Every mother wants her child to enjoy meal time. But sometimes, kids might get “bored” with having more of the same in their lunch boxes. Did you know that you change it up by making bentos?
Bento is a Japanese home cooked meal packed in a lunch box. Some Japanese mothers probably spend a lot of time making their child’s favorite characters out of rice balls and cut fruits as a way of showing love. It is thought that the feelings of the person who prepared the food may be communicated through the food. Essentially, bento is the Japanese version of the Filipino “baon”. However, particular attention is given to presentation and attractiveness, calorie content and speed and ease.
Sabs Marquez, a first time working mom, enjoys making character bentos for her daughter Bea. She got into bento-making last year because she wanted to make her daughter’s school snacks more lively, animated and colorful. At that time, her daughter Bea was going to Playschool in Zamboanga. She researched about bento making and made simple ones first. She then started joining bento workshops and winning best bento in those workshops.
This adorable bento called “ Mommy and her Chikadees” was one of the bentos Sabs created in a workshop she attended. She made use of plain rice, and mini rice balls colored with turmeric powder, chicken karaage, steamed broccoli and grapes.
Sabs, who trains aspiring flight attendants, views bento-making as an outlet to express her crafty and creative side. She enjoys buying tools and looking at different kinds of bentos for inspiration. Aside from the various kinds of bentos, she also draws inspiration from her daughter’s favorite cartoon characters, animals and thinks. Moreover, she makes interesting shapes from the fruits that her daughter enjoys.Her daughter is truly the main reason why she got into bento-making in the first place. She does this hobby out of love for her.
Making popular anime characters, cute animals or even scenery out of food is called “kyaraben” or “character bento”. This bento style has quickly gained popularity especially among modern moms probably due to its “kawaii” appeal.
“Molang the Bunny”. The elements of this bento box include rice, pork chop bits and honeydew slices.
Let’s take a look at some of the other amazing bentos she has made for her daughter. She has also named these meals that are almost too cute to eat!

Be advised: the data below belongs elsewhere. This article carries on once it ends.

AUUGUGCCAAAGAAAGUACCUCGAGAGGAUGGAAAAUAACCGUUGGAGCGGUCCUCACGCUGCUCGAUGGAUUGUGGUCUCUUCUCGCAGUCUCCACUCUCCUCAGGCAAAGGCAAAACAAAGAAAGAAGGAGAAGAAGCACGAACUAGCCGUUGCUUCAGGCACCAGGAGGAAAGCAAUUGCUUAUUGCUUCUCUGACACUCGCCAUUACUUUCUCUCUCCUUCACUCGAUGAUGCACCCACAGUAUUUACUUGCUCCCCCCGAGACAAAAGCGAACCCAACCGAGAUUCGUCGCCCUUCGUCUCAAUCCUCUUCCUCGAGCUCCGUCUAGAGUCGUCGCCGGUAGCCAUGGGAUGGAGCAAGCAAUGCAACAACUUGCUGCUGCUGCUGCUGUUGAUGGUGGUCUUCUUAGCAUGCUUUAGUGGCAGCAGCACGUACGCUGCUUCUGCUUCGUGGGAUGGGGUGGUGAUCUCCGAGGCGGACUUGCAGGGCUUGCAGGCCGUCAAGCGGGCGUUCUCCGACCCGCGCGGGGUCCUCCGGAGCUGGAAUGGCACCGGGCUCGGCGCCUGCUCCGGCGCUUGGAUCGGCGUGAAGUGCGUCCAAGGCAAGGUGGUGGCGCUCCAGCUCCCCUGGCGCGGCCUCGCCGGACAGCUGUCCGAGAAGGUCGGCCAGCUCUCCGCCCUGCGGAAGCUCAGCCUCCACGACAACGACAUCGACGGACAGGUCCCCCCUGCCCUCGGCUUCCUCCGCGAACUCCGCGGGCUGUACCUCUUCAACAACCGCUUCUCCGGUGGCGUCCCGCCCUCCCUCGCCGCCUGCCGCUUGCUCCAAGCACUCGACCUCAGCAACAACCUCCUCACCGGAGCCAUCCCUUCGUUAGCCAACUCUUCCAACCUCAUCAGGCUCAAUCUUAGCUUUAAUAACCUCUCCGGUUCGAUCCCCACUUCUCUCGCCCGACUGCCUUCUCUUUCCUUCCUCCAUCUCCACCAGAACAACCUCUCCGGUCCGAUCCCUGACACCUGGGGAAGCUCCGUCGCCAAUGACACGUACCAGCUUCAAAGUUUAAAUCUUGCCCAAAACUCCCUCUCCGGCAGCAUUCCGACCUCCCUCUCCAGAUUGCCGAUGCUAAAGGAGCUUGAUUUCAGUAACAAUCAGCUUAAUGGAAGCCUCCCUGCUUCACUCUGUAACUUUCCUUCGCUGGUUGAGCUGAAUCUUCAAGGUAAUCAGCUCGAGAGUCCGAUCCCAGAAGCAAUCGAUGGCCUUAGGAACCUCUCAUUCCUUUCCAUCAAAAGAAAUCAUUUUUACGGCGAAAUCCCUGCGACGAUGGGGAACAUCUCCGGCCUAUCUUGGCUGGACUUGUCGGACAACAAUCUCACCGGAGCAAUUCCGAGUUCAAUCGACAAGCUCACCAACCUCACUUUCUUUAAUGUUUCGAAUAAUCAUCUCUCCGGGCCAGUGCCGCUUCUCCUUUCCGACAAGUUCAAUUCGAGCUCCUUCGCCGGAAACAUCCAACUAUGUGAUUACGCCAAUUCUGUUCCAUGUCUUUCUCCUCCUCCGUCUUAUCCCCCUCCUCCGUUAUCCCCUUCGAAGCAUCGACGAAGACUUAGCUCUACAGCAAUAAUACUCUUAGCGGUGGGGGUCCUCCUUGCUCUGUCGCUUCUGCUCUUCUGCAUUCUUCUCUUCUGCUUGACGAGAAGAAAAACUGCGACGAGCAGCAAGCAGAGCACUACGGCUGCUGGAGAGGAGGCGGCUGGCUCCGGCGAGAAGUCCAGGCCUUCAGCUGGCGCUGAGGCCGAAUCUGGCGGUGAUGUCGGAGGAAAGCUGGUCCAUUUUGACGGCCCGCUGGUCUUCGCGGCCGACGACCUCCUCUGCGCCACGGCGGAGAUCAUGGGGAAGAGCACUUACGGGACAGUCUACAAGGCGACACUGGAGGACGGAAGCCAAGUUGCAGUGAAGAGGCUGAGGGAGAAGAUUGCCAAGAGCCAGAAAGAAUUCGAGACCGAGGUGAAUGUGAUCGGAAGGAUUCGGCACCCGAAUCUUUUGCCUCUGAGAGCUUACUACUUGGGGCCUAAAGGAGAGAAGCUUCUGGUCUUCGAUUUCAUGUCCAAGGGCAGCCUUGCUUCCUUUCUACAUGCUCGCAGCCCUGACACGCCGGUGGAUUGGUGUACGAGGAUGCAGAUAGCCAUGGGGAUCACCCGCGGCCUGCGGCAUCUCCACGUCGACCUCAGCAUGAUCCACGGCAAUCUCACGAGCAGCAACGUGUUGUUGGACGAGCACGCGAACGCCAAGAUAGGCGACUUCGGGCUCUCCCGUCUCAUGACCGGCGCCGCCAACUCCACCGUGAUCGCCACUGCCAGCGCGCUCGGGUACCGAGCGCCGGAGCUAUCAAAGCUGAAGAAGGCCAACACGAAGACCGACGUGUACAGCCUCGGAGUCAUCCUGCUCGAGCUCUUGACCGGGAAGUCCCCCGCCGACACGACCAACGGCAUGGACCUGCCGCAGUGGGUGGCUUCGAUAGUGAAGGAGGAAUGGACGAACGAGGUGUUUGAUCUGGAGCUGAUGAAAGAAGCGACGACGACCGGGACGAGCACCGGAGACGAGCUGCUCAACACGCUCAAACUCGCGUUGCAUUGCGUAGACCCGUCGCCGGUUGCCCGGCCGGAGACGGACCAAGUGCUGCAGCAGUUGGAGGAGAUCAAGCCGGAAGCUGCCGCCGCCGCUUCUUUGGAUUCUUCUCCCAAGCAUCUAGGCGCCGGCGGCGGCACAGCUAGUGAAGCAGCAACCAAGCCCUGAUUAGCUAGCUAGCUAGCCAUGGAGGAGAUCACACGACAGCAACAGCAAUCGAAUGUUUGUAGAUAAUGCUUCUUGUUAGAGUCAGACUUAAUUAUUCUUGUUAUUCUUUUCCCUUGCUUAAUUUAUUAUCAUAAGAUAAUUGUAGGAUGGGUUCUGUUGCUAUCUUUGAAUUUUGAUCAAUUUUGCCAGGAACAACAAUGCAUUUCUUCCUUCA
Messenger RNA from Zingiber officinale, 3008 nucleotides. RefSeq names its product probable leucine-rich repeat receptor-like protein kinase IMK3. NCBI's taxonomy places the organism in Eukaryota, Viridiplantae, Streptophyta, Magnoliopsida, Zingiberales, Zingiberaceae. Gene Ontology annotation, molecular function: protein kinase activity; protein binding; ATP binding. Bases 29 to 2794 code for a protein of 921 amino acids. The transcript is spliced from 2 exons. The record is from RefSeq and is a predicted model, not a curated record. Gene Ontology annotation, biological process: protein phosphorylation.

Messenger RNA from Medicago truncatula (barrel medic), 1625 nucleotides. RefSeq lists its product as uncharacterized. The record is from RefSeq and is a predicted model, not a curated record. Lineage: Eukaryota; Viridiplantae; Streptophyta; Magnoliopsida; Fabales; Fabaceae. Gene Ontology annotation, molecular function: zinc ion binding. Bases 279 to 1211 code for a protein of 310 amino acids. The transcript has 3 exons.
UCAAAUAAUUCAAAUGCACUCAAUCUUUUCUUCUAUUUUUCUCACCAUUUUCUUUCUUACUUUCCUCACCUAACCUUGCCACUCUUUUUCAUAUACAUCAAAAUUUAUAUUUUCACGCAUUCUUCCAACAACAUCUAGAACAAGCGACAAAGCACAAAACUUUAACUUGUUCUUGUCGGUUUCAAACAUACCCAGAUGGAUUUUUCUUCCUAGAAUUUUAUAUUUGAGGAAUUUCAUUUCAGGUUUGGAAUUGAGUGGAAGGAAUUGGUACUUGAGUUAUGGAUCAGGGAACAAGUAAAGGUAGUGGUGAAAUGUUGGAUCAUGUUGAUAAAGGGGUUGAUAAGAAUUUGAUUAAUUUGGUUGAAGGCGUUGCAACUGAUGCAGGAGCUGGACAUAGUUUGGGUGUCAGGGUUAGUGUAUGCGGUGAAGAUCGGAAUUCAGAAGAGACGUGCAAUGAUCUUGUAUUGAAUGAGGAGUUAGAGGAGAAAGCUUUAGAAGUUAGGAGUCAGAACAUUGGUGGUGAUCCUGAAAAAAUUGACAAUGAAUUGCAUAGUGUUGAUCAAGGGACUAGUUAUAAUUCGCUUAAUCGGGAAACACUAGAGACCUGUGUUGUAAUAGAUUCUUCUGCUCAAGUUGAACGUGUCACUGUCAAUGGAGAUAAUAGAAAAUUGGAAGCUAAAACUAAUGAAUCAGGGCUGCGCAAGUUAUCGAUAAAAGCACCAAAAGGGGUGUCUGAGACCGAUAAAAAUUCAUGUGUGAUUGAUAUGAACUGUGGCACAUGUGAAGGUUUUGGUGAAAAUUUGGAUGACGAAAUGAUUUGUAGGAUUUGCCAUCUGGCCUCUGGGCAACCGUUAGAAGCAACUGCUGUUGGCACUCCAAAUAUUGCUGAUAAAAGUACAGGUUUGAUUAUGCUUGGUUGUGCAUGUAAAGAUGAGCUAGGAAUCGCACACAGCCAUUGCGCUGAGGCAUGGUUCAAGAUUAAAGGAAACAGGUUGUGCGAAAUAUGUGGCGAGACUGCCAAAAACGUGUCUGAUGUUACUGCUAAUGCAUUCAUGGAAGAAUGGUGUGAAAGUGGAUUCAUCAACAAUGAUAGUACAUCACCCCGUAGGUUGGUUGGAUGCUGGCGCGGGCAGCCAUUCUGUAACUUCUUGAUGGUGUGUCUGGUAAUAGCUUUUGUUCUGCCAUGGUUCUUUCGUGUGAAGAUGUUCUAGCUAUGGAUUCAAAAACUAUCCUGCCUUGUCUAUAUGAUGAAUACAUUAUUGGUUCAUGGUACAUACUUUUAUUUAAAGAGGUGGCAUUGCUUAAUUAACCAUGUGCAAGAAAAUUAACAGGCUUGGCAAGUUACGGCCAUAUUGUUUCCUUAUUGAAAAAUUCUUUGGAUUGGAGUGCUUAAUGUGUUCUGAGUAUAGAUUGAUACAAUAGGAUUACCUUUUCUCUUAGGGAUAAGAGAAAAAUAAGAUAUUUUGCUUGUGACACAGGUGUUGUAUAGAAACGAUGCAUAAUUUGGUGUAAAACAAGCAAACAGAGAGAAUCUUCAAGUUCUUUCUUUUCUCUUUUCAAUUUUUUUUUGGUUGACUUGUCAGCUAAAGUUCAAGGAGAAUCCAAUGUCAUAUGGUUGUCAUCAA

This bento entitled “ Off to the Zoo” made use of a chocolate sandwich, hotdogs, cheese cupcake, biscuits and ponkan.
Sabs skillfully transformed a choco-hazelnut sandwich, honey ponkan and some biscuits into this “Hello Panda” bento.
She shares some tips and inspiration for mommies who would like to change up their kid’s baon. According to her, for newbie bento-making, tools are highly helpful. She started with just simple-shaped cookie cutters and some colorful food picks she bought from Japanese thrift stores such as Daiso and Japan Home Center. Using these tools, she says would make snack time preparations more fun and food cuter and more enticing. The more experienced Bento makers, she elaborates, use freehand, scissors, carvers and molders.Nori(Seaweed) also plays an important role in enhancing and decorating their work.
This bento which she called “Energizer Bea” imaginatively transformed cream bread, spam and mandarin slices into a cute prairie scene. Notice the nori used for her eyes! Very intricate work!
So, would you like to make your very own bento? Sabs details the steps on how to make this “Frosty the Snowman” bento.
Cooked Jasmine rice
Homemade breaded pork chops, cut into small strips
Ripe mango slices
Cheese (for the buttons)
Ham (for the cheeks)
Nori sheet (for the eyes/mouth)
Apple skin (for the scarf)
1. Using a rice ball moulder, make 2 balls of rice. Mold the rice while still hot. This helps to retain the shape.
2. Cut the mango into bite sizes.
3. Arrange the balls on top one another.
4. Use a silicone cup (I used a star-shaped one) to hold the breaded pork chop strips; arrange in the lunchbox.
5. Decorate your snowman by cutting a nori sheet to form eyes and a mouth. Use scissors for this.
6. Shape 2 small circles from a ham slice and make these the cheeks
7. Shape 3 small circles from a cheese slice and make these the buttons
8. Peel an apple and use the skin to carve strips to make a scarf.
9. Cut a small thick round chunk of carrot and a thin circle slice to make the hat. Attach to the head of the snowman using an uncooked pasta noodle.
10. Fill your lunchbox with steamed cauliflower.
11. Make carrot flowers to decorate your cauliflower
12. Use food picks to add more fun to your bento. Use 2 “star” food picks as the snowman’s hands
When asked about her future plans related to this interesting hobby, she divulged, “If it is in God’s hands, I do intend to conduct workshops starting with my friends/colleagues who have been encouraging me to have one for them, just for starters. I also intend to make bentos for birthday parties, starting with my daughter and some family or friends. I also have attended workshops myself and intend to attend more this year and hopefully be more professional at this craft and get certified”.
To date, she has made about 40 bentos. She has also been featured in 700 Club Asia in an episode entitled “Moms who Rock the Cradle”. Meanwhile, while waiting for her workshop schedule, you can find and enjoy looking at her awesome bentos on Instagram by searching for #sabsimbento.
Hope you got some new ideas for your child’s baon! Share your best bentos with us!
Note: Please take note of the following that maybe safety and choking hazards to children below 4 y/o: toothpicks, nuts and seeds, marshmallows, grapes, hard/chewy/sticky candy, chunks of meat and cheese, chunks of peanut butter popcorn, raw vegetables. Please double check other ingredients before using them in making your bentos.